The first real global contest for professional tennis each year is the Australian Open: the preceding international games in Brisbane, Hobart and Sydney are comparative warm up bouts.
The news machine and social-media reach frenzy with announcements of the gladiatorial capacities of sport warriors soon to face each other in the arenas of Melbourne Park. They talk of athletic prowess, of the rivalry between star players, of the likely impact of a new coach and of the hunger for the championship never won. They also tell of personal pains, mysteries, of niggling knee strains, of the possible effects of asthma, and of the need to withdraw for unknown reasons.
But not every event causes such hype among fans and media about the sport, its warriors and Melbourne.
Take for example Melbourne's Formula 1 Grand Prix, which has its own warriors, brings with it the same paraphernalia of gladiatorial ambition and upset and offers the same capacity to trouble or confirm the heroes of sport.
Yet far from the big love-in of the Australian Open, the Grand Prix's four days in March is full of writhing, arguing and argumentative news footage. But why?
The Australia Open has grown with the city. It has a home in the city. There are few that will remember the first game in 1905 (or its grass court roots) but the event remains grounded, physically and emotionally. The modern grounds are part of the Melbourne and Olympic Park development, a testament to Melbourne's crowning glories – as host of the Olympics of 1956 and the Commonwealth Games of 2006, respectively. Between these major great events, in 1985, the Victorian government decided to build a national home for tennis. Built in 1987 the Rod Laver Arena – the battle ground of many Australian Open finalists, was at its centre. It remains the centre of the Australian Open.
Following negotiations between the Formula 1 Grand Prix supremo, Bernie Ecclestone, and the then Victoria Premier, Jeff Kennett, the Grand Prix arrived in Melbourne in 1996. This followed ten years of residing in Adelaide. Like the Australian Open its presence in Melbourne parkland helps determines much of its attraction. The Albert Park has a history in which sport is certainly significant. However its the complaints over the event's impact on the natural and community resources, cost, noise and displacement that are picked up by media.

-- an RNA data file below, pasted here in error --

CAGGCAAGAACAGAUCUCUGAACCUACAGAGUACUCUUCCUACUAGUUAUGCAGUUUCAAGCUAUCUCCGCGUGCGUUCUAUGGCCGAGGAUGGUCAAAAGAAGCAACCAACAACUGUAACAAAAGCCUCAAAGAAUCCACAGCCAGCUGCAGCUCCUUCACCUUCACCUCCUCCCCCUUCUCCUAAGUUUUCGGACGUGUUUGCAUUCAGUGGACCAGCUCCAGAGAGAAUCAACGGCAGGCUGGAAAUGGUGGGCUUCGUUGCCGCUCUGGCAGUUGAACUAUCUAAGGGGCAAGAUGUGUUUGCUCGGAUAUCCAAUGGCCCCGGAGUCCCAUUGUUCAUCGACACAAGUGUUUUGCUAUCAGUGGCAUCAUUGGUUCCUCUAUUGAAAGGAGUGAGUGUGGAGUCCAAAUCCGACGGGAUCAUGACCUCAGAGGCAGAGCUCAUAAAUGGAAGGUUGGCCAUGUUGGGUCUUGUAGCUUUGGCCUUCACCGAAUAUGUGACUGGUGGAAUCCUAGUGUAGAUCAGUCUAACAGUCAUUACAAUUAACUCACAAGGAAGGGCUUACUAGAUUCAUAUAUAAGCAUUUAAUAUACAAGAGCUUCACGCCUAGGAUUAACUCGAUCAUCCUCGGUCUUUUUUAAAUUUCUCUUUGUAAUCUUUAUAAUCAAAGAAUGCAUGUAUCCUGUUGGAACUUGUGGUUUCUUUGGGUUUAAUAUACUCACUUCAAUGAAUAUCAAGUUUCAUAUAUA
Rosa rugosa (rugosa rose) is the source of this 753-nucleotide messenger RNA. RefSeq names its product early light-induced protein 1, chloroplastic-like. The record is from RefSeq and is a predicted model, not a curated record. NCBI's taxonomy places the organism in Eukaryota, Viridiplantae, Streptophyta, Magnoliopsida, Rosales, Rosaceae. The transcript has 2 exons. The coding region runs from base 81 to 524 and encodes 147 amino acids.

So why, in a city in which sport events are so key to its identity has F1 Grand Prix been so difficult to adjust to?
Melbourne has a brand and it is a strong one. The brand is the result of a story that people understand. It has resonance. Sport is a core theme in that story. As part of that theme of the city story, the Australian Open resonates well. It is my belief, and there is much research to support me, that the liveability and attractiveness of any city rest within the story it tells.
The Australian Open and many of Melbourne's other great sport events have a beginning (see above), a middle (often a physical legacy, such as a stadium) and an end (the event we experience each year). The Formula 1 Grand Prix story isn't (yet) such a well constructed story. The F1 Grand Prix didn't start here (some say it was forcibly removed from its Adelaide home). There isn't a physical legacy to see (it is temporary, as are most of the structures it requires) and the end is still unsure. To be grounded it needs all the elements of a story.
The future of the F1 may be as short lived as the 2015 agreement that has been made by Bernie Ecclestone and the Victorian government. It could be shorter. Or a better story construction may be found and the event be better managed for arrival in the minds, memories and imaginations of the audience and residents. It could be a more resilient part of the Melbourne story. It could be a strong Melbourne brand element.
Until then, all eyes will be on the skirmishes of the Australian Open – a true marketing success. It's a favourite, and it speaks of the exertion, the bravado and the passion that the populace understands. It's like being back at home, right. My home, right.
Lecturer, Events Management, School of International Business, Faculty of Business and Law, Victoria University,
P: (03) 9919 4037